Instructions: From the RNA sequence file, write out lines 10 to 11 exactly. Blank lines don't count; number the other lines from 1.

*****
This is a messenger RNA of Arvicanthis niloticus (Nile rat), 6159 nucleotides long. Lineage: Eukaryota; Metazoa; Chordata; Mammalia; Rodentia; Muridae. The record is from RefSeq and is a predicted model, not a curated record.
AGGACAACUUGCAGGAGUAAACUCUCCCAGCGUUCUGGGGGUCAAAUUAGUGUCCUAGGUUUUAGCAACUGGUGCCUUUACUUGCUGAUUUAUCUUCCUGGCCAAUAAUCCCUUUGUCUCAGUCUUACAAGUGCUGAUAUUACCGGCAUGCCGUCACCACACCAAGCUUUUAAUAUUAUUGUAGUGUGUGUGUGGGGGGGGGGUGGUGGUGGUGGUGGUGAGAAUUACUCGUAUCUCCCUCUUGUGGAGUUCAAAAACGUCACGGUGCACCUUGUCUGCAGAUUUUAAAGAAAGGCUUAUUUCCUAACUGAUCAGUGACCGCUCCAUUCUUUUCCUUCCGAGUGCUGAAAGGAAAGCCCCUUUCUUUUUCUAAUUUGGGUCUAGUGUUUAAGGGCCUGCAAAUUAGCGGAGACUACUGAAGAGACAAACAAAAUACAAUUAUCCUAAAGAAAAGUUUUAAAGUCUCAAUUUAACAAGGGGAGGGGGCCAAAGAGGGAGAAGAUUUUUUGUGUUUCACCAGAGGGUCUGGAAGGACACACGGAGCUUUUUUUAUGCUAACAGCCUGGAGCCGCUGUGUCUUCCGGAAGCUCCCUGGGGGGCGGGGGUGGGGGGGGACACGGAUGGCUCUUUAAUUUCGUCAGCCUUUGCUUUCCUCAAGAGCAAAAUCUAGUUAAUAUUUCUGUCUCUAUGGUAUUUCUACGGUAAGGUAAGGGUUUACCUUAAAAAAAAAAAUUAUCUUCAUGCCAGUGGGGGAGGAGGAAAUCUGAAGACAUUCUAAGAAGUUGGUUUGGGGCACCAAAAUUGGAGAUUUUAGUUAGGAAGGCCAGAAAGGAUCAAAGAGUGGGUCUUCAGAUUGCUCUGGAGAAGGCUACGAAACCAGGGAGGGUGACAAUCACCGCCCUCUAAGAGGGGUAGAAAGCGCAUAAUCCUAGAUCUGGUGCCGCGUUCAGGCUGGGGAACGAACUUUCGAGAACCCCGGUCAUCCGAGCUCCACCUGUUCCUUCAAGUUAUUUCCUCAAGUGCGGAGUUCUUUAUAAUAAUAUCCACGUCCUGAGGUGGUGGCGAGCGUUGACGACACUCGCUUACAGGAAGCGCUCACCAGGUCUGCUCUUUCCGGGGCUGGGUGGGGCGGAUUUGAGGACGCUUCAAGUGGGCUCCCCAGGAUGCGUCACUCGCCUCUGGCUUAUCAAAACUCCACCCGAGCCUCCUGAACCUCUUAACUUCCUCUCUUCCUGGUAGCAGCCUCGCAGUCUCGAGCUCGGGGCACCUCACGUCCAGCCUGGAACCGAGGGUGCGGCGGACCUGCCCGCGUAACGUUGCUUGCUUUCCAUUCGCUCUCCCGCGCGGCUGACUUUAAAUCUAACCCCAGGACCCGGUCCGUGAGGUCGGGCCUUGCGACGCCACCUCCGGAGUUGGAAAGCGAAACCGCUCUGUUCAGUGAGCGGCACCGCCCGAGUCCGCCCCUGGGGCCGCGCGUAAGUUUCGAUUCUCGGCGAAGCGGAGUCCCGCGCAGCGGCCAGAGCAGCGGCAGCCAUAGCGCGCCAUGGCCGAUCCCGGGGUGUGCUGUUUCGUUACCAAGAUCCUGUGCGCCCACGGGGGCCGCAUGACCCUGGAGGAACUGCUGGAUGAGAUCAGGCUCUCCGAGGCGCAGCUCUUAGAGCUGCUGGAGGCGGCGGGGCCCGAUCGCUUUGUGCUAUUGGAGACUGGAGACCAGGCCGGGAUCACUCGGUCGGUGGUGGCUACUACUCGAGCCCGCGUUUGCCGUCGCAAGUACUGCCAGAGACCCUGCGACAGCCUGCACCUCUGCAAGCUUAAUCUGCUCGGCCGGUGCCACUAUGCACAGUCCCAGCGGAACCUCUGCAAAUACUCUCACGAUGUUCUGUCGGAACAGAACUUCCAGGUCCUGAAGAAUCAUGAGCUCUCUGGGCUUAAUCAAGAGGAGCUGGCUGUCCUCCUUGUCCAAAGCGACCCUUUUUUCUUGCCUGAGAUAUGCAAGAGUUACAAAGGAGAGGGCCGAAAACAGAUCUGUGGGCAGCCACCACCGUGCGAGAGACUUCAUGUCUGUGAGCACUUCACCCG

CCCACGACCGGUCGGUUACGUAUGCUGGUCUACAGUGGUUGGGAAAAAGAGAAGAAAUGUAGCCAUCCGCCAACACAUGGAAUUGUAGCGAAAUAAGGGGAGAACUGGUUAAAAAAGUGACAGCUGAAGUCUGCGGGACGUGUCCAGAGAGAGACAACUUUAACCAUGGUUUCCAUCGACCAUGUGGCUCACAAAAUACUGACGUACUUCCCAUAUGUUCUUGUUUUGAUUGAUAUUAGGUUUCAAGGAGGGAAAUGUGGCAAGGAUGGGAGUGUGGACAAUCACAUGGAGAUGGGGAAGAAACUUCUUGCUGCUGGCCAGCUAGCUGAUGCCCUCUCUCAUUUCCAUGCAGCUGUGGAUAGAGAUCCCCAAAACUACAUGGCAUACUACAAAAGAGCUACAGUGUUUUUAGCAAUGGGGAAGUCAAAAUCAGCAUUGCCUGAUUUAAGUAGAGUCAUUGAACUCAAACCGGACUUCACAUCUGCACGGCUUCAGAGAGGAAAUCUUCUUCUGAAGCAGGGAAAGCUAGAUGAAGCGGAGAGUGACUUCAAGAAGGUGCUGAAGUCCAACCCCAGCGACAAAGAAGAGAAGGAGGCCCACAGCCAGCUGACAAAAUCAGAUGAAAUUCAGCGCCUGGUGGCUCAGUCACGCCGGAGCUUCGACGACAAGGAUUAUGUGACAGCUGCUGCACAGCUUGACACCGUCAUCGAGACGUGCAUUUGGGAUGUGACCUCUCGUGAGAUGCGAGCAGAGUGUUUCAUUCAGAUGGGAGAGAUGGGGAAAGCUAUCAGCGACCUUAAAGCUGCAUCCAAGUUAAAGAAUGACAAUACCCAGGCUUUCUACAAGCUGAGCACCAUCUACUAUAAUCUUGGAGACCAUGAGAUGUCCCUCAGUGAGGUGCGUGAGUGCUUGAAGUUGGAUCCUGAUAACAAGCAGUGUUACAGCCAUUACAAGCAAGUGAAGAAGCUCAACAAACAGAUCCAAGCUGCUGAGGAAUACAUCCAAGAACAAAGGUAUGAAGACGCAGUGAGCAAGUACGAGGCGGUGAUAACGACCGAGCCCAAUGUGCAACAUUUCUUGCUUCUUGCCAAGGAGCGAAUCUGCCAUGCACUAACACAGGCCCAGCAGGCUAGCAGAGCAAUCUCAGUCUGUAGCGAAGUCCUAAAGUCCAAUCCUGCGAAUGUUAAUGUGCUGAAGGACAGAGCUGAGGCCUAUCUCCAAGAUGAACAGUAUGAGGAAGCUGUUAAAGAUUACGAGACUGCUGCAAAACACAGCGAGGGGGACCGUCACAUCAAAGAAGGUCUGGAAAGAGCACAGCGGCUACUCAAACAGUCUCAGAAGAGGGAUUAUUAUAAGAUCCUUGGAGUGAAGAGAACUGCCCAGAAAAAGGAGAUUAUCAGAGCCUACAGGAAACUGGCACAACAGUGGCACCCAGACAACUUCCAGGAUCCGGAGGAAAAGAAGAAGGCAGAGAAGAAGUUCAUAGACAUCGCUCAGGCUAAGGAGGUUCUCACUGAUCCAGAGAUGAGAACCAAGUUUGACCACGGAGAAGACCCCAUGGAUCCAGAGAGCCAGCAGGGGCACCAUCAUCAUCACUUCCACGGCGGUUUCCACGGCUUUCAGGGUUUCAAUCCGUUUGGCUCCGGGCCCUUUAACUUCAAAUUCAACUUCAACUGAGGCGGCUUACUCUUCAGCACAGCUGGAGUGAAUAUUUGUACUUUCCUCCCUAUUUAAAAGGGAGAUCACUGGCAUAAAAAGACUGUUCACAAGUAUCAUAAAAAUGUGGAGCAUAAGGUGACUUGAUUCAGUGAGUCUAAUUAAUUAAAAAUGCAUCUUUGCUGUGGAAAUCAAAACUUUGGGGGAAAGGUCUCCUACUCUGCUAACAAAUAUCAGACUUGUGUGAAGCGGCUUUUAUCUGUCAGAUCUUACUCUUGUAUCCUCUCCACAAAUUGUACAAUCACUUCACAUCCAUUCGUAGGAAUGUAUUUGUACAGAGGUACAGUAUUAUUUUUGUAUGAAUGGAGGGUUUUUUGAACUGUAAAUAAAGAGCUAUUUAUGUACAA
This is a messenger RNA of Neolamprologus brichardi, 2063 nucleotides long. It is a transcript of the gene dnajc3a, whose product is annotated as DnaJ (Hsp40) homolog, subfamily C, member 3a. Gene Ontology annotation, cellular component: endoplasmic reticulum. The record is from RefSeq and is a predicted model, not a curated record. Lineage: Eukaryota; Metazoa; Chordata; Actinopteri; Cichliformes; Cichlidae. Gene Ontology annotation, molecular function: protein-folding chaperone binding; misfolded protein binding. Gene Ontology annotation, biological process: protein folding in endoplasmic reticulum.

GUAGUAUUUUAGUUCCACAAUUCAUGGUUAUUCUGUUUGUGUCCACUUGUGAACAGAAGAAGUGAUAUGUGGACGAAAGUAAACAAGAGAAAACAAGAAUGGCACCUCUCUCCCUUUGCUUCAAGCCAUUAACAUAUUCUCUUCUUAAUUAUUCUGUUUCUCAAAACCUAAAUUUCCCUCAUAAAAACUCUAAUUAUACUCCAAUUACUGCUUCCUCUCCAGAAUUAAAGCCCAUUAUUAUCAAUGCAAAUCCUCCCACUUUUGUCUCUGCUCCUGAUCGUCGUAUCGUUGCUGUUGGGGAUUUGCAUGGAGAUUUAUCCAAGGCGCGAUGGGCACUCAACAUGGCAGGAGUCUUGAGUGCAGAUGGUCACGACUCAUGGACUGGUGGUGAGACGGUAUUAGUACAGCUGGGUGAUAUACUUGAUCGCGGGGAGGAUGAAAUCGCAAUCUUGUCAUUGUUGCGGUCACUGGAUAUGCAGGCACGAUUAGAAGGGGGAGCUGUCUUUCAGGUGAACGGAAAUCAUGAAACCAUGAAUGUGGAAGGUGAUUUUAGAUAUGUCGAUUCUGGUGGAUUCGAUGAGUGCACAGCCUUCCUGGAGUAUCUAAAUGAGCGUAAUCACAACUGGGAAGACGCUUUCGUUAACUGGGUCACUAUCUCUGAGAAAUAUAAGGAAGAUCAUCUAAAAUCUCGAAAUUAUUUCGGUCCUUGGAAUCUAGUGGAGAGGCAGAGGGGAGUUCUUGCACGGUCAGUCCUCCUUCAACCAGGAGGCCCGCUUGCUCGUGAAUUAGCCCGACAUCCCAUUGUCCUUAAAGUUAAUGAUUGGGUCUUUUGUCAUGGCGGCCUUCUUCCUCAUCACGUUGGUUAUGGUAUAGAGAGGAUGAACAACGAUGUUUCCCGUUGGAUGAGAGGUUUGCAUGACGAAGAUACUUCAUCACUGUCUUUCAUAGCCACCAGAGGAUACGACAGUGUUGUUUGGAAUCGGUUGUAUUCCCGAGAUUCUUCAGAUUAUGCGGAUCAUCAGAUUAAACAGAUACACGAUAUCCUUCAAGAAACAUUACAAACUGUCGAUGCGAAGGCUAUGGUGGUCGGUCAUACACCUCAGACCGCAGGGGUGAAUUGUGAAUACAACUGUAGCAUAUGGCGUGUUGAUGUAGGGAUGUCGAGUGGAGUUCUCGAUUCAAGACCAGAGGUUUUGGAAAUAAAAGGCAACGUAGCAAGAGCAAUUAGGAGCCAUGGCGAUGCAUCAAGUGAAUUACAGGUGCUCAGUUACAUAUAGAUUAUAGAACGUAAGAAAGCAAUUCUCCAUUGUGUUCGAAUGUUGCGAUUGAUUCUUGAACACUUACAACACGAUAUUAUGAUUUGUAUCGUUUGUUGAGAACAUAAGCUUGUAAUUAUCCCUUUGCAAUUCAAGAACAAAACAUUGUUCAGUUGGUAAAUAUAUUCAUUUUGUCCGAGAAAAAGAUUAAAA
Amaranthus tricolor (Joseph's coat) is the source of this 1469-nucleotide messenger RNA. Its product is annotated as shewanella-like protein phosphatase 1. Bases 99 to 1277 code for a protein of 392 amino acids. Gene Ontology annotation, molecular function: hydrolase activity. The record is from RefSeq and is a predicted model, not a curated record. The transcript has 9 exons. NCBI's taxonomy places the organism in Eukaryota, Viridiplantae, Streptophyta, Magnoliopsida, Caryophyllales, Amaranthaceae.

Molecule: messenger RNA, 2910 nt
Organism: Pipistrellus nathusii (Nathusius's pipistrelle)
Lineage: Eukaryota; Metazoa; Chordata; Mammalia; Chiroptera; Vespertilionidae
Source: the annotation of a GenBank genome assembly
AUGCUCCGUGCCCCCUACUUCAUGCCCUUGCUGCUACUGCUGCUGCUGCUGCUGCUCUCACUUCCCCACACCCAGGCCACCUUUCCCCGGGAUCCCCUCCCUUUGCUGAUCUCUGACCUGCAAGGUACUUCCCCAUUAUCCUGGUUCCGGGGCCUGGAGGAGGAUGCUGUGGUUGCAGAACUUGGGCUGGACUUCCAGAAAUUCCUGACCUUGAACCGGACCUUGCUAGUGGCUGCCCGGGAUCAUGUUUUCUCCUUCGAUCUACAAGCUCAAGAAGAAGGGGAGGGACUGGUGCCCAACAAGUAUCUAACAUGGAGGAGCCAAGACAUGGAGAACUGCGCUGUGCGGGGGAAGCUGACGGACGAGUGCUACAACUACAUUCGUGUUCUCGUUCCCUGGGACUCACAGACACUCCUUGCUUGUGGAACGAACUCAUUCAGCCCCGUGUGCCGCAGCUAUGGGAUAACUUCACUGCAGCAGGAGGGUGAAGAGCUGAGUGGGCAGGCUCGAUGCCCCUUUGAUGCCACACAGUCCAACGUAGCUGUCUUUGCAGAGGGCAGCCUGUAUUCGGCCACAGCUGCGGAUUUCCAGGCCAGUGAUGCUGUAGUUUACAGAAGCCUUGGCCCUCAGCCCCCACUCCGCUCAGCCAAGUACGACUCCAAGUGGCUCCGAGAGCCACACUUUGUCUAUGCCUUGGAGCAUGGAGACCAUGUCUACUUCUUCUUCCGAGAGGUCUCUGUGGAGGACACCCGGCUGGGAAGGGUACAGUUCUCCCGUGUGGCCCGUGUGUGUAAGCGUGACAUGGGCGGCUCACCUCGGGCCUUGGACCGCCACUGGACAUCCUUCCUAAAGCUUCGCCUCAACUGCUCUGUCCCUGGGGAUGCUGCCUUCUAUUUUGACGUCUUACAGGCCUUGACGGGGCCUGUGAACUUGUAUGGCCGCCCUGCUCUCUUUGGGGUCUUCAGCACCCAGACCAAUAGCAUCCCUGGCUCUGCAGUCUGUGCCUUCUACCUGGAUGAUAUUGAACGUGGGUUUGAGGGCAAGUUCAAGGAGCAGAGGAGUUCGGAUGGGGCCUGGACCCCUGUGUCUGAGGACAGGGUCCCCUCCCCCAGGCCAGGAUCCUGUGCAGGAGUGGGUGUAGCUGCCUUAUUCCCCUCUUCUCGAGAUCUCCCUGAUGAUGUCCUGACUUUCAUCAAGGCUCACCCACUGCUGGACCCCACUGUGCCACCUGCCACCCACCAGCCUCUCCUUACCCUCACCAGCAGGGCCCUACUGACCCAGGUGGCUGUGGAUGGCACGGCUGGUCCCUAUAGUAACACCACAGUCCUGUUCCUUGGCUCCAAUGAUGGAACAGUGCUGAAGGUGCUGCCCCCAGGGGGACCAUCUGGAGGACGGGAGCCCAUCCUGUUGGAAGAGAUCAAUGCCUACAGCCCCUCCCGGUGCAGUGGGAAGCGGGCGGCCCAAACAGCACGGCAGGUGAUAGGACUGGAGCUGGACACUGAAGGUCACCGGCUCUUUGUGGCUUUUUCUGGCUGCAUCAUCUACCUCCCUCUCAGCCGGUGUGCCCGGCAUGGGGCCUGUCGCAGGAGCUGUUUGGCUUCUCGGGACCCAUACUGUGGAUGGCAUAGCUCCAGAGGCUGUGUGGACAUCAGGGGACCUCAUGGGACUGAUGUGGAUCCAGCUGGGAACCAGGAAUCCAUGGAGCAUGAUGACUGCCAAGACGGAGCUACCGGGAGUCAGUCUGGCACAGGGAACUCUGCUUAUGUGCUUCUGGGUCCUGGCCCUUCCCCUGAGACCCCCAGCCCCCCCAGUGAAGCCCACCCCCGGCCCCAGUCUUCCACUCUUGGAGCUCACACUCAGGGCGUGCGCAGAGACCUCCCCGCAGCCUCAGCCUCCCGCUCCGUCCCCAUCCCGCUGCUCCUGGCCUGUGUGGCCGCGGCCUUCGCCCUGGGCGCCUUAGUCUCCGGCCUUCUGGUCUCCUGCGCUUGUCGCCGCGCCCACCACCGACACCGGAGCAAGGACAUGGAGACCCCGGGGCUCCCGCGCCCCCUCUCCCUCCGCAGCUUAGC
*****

Source: the annotation of a GenBank genome assembly
AUGCUCCGUGCCCCCUACUUCAUGCCCUUGCUGCUACUGCUGCUGCUGCUGCUGCUCUCACUUCCCCACACCCAGGCCACCUUUCCCCGGGAUCCCCUCCCUUUGCUGAUCUCUGACCUGCAAGGUACUUCCCCAUUAUCCUGGUUCCGGGGCCUGGAGGAGGAUGCUGUGGUUGCAGAACUUGGGCUGGACUUCCAGAAAUUCCUGACCUUGAACCGGACCUUGCUAGUGGCUGCCCGGGAUCAUGUUUUCUCCUUCGAUCUACAAGCUCAAGAAGAAGGGGAGGGACUGGUGCCCAACAAGUAUCUAACAUGGAGGAGCCAAGACAUGGAGAACUGCGCUGUGCGGGGGAAGCUGACGGACGAGUGCUACAACUACAUUCGUGUUCUCGUUCCCUGGGACUCACAGACACUCCUUGCUUGUGGAACGAACUCAUUCAGCCCCGUGUGCCGCAGCUAUGGGAUAACUUCACUGCAGCAGGAGGGUGAAGAGCUGAGUGGGCAGGCUCGAUGCCCCUUUGAUGCCACACAGUCCAACGUAGCUGUCUUUGCAGAGGGCAGCCUGUAUUCGGCCACAGCUGCGGAUUUCCAGGCCAGUGAUGCUGUAGUUUACAGAAGCCUUGGCCCUCAGCCCCCACUCCGCUCAGCCAAGUACGACUCCAAGUGGCUCCGAGAGCCACACUUUGUCUAUGCCUUGGAGCAUGGAGACCAUGUCUACUUCUUCUUCCGAGAGGUCUCUGUGGAGGACACCCGGCUGGGAAGGGUACAGUUCUCCCGUGUGGCCCGUGUGUGUAAGCGUGACAUGGGCGGCUCACCUCGGGCCUUGGACCGCCACUGGACAUCCUUCCUAAAGCUUCGCCUCAACUGCUCUGUCCCUGGGGAUGCUGCCUUCUAUUUUGACGUCUUACAGGCCUUGACGGGGCCUGUGAACUUGUAUGGCCGCCCUGCUCUCUUUGGGGUCUUCAGCACCCAGACCAAUAGCAUCCCUGGCUCUGCAGUCUGUGCCUUCUACCUGGAUGAUAUUGAACGUGGGUUUGAGGGCAAGUUCAAGGAGCAGAGGAGUUCGGAUGGGGCCUGGACCCCUGUGUCUGAGGACAGGGUCCCCUCCCCCAGGCCAGGAUCCUGUGCAGGAGUGGGUGUAGCUGCCUUAUUCCCCUCUUCUCGAGAUCUCCCUGAUGAUGUCCUGACUUUCAUCAAGGCUCACCCACUGCUGGACCCCACUGUGCCACCUGCCACCCACCAGCCUCUCCUUACCCUCACCAGCAGGGCCCUACUGACCCAGGUGGCUGUGGAUGGCACGGCUGGUCCCUAUAGUAACACCACAGUCCUGUUCCUUGGCUCCAAUGAUGGAACAGUGCUGAAGGUGCUGCCCCCAGGGGGACCAUCUGGAGGACGGGAGCCCAUCCUGUUGGAAGAGAUCAAUGCCUACAGCCCCUCCCGGUGCAGUGGGAAGCGGGCGGCCCAAACAGCACGGCAGGUGAUAGGACUGGAGCUGGACACUGAAGGUCACCGGCUCUUUGUGGCUUUUUCUGGCUGCAUCAUCUACCUCCCUCUCAGCCGGUGUGCCCGGCAUGGGGCCUGUCGCAGGAGCUGUUUGGCUUCUCGGGACCCAUACUGUGGAUGGCAUAGCUCCAGAGGCUGUGUGGACAUCAGGGGACCUCAUGGGACUGAUGUGGAUCCAGCUGGGAACCAGGAAUCCAUGGAGCAUGAUGACUGCCAAGACGGAGCUACCGGGAGUCAGUCUGGCACAGGGAACUCUGCUUAUGUGCUUCUGGGUCCUGGCCCUUCCCCUGAGACCCCCAGCCCCCCCAGUGAAGCCCACCCCCGGCCCCAGUCUUCCACUCUUGGAGCUCACACUCAGGGCGUGCGCAGAGACCUCCCCGCAGCCUCAGCCUCCCGCUCCGUCCCCAUCCCGCUGCUCCUGGCCUGUGUGGCCGCGGCCUUCGCCCUGGGCGCCUUAGUCUCCGGCCUUCUGGUCUCCUGCGCUUGUCGCCGCGCCCACCACCGACACCGGAGCAAGGACAUGGAGACCCCGGGGCUCCCGCGCCCCCUCUCCCUCCGCAGCUUAGC